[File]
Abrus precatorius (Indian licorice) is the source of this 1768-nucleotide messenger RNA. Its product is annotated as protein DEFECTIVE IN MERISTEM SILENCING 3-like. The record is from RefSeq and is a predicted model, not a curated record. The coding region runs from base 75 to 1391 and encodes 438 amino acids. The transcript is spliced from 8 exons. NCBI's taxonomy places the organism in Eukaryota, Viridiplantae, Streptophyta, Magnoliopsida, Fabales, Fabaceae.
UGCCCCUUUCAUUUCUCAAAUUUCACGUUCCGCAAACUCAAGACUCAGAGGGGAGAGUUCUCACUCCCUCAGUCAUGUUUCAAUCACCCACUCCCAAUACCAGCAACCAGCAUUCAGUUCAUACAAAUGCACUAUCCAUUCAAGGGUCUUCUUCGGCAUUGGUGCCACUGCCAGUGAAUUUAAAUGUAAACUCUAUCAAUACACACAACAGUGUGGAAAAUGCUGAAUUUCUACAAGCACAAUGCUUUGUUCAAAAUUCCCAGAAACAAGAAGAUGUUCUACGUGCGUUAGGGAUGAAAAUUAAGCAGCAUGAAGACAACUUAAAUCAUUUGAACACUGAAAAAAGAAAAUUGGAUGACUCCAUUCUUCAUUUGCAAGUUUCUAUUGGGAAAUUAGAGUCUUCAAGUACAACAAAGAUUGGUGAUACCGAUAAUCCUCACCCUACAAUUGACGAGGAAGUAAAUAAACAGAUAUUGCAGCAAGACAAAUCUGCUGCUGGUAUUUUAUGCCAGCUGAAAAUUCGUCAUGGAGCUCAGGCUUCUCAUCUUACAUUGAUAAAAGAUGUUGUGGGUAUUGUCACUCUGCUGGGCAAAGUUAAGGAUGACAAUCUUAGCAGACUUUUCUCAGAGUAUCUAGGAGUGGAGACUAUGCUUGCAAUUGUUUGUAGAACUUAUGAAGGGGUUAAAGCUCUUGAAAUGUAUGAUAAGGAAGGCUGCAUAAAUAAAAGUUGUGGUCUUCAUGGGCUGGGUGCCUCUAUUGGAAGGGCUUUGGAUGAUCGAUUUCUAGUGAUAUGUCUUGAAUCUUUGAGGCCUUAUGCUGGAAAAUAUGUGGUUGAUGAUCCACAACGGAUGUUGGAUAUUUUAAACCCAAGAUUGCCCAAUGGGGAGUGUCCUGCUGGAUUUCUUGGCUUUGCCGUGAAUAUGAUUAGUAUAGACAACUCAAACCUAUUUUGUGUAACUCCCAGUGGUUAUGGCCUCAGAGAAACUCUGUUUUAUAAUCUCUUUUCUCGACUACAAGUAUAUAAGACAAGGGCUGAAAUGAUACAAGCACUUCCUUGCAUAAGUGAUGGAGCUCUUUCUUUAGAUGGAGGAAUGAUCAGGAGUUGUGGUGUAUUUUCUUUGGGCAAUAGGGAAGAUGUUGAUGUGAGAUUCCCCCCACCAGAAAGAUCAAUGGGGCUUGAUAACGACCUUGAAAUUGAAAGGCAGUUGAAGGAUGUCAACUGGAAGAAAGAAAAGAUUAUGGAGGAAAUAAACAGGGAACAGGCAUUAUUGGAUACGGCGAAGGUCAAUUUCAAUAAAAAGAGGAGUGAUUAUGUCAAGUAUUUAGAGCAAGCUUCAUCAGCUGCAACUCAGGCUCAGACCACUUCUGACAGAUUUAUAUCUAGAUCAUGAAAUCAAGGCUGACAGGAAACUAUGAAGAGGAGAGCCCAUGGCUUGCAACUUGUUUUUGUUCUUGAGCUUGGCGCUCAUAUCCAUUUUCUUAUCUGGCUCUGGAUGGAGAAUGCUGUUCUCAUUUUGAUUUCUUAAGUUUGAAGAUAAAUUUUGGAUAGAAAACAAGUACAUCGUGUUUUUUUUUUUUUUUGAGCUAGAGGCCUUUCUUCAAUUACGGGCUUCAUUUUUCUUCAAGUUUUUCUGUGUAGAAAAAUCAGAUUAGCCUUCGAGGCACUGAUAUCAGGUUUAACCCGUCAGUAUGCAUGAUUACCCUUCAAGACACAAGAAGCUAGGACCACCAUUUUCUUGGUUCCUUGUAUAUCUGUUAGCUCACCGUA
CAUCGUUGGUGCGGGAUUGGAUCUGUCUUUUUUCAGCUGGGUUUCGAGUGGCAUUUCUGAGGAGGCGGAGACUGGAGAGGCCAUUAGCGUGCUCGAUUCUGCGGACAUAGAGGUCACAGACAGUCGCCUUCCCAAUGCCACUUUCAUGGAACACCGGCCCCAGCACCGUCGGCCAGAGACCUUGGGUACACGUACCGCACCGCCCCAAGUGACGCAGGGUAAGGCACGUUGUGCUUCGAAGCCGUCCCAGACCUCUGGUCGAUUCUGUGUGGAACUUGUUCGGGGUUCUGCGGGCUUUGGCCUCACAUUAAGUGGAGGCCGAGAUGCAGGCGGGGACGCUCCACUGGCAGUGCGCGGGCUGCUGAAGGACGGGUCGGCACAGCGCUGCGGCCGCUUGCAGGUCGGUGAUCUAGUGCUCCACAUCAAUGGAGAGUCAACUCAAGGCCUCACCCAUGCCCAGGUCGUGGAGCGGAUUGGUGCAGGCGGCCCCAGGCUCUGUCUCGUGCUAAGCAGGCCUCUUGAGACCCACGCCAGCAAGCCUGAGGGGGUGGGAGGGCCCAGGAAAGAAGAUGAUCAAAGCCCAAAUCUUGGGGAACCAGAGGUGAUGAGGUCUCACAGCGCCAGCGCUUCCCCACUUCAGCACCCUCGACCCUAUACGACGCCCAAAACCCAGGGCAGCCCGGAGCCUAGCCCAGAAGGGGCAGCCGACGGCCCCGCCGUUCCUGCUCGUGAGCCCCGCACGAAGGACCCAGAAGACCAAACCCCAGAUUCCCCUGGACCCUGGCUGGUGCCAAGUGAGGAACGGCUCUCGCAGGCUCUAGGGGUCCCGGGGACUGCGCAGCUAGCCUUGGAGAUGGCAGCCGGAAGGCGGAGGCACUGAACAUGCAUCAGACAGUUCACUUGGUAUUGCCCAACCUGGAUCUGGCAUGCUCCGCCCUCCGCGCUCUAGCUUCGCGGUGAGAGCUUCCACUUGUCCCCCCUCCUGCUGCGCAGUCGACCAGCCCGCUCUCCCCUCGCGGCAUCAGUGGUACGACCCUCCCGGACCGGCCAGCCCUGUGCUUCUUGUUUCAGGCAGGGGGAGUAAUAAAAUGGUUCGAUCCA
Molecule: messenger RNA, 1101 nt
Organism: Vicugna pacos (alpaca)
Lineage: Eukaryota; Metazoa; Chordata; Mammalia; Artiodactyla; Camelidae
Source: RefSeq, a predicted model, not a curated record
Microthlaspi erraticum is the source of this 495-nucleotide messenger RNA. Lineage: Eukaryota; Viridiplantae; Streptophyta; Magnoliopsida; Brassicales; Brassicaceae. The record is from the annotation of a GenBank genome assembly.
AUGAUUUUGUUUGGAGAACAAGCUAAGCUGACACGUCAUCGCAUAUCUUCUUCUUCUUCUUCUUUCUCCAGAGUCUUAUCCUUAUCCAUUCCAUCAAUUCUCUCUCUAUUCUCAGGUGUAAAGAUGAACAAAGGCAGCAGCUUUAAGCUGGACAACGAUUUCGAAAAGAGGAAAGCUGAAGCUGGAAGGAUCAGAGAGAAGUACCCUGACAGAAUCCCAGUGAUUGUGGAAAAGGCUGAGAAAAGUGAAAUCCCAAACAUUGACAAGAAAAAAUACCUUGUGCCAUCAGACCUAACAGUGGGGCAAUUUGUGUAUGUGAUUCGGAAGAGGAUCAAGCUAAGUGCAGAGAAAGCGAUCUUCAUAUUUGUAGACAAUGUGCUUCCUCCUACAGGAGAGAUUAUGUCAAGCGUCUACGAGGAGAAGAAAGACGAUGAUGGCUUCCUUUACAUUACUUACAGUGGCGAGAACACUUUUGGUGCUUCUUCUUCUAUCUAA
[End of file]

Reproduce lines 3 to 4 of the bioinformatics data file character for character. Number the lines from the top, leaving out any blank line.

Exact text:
CAUCGUUGGUGCGGGAUUGGAUCUGUCUUUUUUCAGCUGGGUUUCGAGUGGCAUUUCUGAGGAGGCGGAGACUGGAGAGGCCAUUAGCGUGCUCGAUUCUGCGGACAUAGAGGUCACAGACAGUCGCCUUCCCAAUGCCACUUUCAUGGAACACCGGCCCCAGCACCGUCGGCCAGAGACCUUGGGUACACGUACCGCACCGCCCCAAGUGACGCAGGGUAAGGCACGUUGUGCUUCGAAGCCGUCCCAGACCUCUGGUCGAUUCUGUGUGGAACUUGUUCGGGGUUCUGCGGGCUUUGGCCUCACAUUAAGUGGAGGCCGAGAUGCAGGCGGGGACGCUCCACUGGCAGUGCGCGGGCUGCUGAAGGACGGGUCGGCACAGCGCUGCGGCCGCUUGCAGGUCGGUGAUCUAGUGCUCCACAUCAAUGGAGAGUCAACUCAAGGCCUCACCCAUGCCCAGGUCGUGGAGCGGAUUGGUGCAGGCGGCCCCAGGCUCUGUCUCGUGCUAAGCAGGCCUCUUGAGACCCACGCCAGCAAGCCUGAGGGGGUGGGAGGGCCCAGGAAAGAAGAUGAUCAAAGCCCAAAUCUUGGGGAACCAGAGGUGAUGAGGUCUCACAGCGCCAGCGCUUCCCCACUUCAGCACCCUCGACCCUAUACGACGCCCAAAACCCAGGGCAGCCCGGAGCCUAGCCCAGAAGGGGCAGCCGACGGCCCCGCCGUUCCUGCUCGUGAGCCCCGCACGAAGGACCCAGAAGACCAAACCCCAGAUUCCCCUGGACCCUGGCUGGUGCCAAGUGAGGAACGGCUCUCGCAGGCUCUAGGGGUCCCGGGGACUGCGCAGCUAGCCUUGGAGAUGGCAGCCGGAAGGCGGAGGCACUGAACAUGCAUCAGACAGUUCACUUGGUAUUGCCCAACCUGGAUCUGGCAUGCUCCGCCCUCCGCGCUCUAGCUUCGCGGUGAGAGCUUCCACUUGUCCCCCCUCCUGCUGCGCAGUCGACCAGCCCGCUCUCCCCUCGCGGCAUCAGUGGUACGACCCUCCCGGACCGGCCAGCCCUGUGCUUCUUGUUUCAGGCAGGGGGAGUAAUAAAAUGGUUCGAUCCA
Molecule: messenger RNA, 1101 nt